1. Frontal temporal dementia behavioral variant. FTD behavioral variant initially characterized by personality change, apathy, inappropriate behavior, normal memory storage, and impaired executive function. Later in the disorder memory storage is impaired, as well as a disturbance in gait. The disease initially affects bilateral dorsal lateral prefrontal lobe and inferior frontal lobe. Later, the temporal lobes become affected.
  2. Primary progressive non-fluent aphasia. This is characterized by aggramatic aphasia with marked apraxia of speech and normal comprehension. This is characterized by atrophy in the left frontal and insular region of the brain, which later becomes bilateral.

    Note that there is another form of language disorder called the logopenic variant of primary progressive aphasia. These cases have hesitant speech anomia, spared word comprehension, and impaired repetition. These cases have evidence of a focal left inferior parietal, and posterior temporal atrophy eventually becoming bilateral. This kind of speech disturbance resembles a conduction aphasia that often occurs in stroke. These cases have been found to actually have pathology of Alzheimer's disease with amyloid plaques and neurofibullary tangles.3
  3. Semantic dementia. This is characterized by progressive fluent aphasia, anomia, and impaired sentence repetition. It may also have impaired object semantics (inability to use tools and utensils appropriately) and visual agnosia.3,4 This category mimics stroke-induced Wernicke's aphasia. The pathology is localized to the left inferior and anterior temporal lobe with atrophy. The parietal lobe is normal.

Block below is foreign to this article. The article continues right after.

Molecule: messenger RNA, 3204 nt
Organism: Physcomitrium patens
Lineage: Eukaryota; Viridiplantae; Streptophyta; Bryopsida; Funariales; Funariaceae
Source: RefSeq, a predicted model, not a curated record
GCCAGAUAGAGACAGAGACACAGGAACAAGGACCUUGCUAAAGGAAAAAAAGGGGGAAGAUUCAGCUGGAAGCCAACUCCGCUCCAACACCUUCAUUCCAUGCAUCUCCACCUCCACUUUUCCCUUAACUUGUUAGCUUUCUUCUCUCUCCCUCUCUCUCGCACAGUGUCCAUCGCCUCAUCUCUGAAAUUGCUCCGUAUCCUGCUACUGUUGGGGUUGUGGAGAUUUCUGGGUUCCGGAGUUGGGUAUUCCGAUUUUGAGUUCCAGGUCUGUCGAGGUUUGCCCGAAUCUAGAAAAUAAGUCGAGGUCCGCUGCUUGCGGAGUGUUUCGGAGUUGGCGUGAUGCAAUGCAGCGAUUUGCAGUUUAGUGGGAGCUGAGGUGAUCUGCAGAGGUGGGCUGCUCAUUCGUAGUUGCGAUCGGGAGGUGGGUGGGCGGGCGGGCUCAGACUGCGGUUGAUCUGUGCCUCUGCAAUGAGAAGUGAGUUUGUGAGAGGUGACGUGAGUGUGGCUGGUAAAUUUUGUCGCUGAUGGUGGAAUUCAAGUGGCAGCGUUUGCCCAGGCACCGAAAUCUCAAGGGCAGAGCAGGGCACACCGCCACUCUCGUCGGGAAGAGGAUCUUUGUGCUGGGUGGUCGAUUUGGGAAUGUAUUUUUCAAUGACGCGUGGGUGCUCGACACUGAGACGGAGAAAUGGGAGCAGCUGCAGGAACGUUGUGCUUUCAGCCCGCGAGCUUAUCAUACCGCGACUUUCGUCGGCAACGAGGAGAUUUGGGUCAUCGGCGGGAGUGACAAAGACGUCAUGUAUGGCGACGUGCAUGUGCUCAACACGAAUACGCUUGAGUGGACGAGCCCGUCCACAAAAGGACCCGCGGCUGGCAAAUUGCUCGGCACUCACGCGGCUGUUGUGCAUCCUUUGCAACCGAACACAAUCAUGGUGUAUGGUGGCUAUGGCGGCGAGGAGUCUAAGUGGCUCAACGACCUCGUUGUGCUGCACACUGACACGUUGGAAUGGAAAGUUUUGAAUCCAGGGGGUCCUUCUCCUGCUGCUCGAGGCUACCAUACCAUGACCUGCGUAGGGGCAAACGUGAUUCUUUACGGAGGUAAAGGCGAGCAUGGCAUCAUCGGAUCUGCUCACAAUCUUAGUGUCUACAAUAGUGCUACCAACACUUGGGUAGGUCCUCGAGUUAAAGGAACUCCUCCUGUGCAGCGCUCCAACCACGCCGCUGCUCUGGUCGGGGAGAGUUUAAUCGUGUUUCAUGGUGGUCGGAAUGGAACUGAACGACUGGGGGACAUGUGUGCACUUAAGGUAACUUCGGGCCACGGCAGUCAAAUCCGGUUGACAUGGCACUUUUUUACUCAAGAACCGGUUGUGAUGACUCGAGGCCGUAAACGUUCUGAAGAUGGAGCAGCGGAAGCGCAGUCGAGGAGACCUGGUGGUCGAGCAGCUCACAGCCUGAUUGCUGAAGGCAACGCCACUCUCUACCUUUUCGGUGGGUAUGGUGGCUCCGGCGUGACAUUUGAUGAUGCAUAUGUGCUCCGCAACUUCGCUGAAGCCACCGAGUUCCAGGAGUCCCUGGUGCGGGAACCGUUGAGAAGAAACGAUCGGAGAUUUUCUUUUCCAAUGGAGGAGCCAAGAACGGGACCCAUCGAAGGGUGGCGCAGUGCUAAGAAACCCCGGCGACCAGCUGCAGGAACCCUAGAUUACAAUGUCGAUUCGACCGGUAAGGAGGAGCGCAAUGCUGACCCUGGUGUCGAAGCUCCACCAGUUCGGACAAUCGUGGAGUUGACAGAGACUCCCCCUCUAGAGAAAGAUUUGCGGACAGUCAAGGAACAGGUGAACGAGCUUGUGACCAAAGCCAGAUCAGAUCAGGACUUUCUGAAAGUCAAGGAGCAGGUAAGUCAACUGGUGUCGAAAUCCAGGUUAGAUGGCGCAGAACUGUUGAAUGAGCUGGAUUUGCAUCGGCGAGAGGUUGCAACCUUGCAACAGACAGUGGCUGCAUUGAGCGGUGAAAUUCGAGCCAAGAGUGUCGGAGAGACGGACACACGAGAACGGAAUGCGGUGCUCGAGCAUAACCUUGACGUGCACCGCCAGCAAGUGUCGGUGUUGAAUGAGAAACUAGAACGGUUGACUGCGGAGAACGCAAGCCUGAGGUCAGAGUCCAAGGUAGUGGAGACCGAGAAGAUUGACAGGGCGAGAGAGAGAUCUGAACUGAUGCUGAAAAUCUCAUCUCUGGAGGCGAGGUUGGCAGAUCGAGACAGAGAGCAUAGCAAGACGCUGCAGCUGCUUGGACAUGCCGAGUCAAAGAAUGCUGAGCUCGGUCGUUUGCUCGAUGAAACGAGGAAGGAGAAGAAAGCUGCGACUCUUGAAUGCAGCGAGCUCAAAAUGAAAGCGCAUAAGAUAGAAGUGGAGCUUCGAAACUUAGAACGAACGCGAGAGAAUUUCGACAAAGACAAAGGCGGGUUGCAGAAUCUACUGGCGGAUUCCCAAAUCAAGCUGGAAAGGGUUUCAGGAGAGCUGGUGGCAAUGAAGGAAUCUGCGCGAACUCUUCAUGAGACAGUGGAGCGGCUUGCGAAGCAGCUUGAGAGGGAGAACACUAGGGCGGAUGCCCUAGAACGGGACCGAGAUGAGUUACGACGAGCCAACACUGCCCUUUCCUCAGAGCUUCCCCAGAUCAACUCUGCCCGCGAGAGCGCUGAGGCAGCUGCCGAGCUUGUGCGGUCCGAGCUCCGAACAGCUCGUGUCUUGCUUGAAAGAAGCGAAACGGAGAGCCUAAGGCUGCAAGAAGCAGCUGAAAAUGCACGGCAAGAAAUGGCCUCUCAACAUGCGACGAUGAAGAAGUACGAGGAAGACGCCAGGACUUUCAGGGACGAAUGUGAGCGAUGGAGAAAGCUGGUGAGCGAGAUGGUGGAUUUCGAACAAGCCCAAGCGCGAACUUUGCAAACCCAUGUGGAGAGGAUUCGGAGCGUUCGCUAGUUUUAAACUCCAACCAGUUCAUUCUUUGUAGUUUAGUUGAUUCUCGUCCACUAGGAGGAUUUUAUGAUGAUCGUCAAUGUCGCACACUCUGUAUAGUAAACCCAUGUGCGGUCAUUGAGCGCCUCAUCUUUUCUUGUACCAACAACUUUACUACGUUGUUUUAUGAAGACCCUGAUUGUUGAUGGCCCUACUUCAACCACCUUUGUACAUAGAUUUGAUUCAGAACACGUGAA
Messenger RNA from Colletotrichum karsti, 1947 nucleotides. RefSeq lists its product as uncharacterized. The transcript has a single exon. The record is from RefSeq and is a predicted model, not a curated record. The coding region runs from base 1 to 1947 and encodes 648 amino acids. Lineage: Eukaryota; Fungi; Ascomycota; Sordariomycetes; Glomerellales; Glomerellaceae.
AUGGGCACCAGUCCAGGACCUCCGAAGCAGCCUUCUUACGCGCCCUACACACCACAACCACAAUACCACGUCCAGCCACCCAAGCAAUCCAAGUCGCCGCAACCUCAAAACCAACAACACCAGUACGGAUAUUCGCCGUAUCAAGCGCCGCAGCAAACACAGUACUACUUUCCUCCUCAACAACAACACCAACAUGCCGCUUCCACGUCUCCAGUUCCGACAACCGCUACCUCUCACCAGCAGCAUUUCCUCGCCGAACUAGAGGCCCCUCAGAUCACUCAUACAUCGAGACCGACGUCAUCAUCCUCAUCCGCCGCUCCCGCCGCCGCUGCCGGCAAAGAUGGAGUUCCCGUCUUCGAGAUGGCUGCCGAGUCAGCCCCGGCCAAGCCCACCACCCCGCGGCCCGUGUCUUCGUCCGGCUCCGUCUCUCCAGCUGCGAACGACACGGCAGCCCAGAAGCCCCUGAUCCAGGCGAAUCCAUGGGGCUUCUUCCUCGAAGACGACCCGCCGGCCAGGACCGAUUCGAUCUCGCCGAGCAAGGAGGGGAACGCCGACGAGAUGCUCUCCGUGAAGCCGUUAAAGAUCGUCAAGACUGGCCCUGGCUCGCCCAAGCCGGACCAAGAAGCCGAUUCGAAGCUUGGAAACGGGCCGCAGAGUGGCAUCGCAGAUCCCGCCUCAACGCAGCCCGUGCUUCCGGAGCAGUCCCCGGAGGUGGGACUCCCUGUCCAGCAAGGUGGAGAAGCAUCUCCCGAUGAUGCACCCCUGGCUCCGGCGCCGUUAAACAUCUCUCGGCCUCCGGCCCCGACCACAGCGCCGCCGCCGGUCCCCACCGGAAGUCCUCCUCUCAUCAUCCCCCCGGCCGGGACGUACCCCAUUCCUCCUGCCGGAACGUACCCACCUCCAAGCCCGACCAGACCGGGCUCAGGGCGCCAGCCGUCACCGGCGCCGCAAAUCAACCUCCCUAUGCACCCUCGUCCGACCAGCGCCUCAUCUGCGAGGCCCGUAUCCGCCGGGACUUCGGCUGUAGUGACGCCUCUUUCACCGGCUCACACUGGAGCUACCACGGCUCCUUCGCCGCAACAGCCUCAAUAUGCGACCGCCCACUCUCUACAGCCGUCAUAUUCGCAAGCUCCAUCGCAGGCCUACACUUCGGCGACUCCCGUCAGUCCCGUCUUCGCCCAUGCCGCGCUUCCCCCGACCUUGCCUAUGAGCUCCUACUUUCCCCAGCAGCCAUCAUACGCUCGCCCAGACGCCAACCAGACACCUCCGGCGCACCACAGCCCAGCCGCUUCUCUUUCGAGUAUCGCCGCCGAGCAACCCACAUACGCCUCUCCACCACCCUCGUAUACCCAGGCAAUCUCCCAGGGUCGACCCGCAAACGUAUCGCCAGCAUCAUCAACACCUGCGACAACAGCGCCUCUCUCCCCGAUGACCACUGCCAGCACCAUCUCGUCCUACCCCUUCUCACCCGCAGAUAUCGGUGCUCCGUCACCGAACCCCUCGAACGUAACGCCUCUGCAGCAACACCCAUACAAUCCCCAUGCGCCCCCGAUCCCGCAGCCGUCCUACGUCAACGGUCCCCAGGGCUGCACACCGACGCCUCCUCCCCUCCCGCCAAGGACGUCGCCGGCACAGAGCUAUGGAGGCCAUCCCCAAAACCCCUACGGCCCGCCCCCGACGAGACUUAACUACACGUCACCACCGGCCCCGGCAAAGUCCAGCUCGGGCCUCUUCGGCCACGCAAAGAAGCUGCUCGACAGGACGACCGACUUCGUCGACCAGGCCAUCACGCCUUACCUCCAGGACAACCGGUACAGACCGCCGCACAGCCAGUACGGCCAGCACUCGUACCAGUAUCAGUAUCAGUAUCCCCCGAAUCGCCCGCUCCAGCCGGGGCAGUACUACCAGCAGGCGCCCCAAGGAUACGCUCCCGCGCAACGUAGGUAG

4. FTD with amyotrophic lateral sclerosis/motor neuron disease.
Note: The above clinical descriptions are for very early disease. As the dementia progresses, clinical symptoms and pathology begin to overlap, hence the importance of a good history.

Genetic Defects
Aside from the important clinical description of these disorders, the emerging genetic information has been of major importance and only discovered in the last two to 10 years. The two genetic defects responsible for many cases of familial FTD are:

  1. Abnormal gene coding for microtubule associated protein tau (MAPT), which has been found on chromosome 17.5 The MAPT mutation produces an abnormal form of tau that produces the deposits in the brain cells.
  2. In the last two years, gene coding for progranulin (PGRN) has also been mapped to chromosome 17. Progranulin is known to be a growth factor involved in regulating tumor genesis, wound repair, and inflammation and may have a neurotrophic effect, as it promotes cortical and motor neuron survival.

The progranulin and gene defect is unlike other gene defects, because this genetic defect does not produce an abnormal protein but instead allows progranulin to become deficient.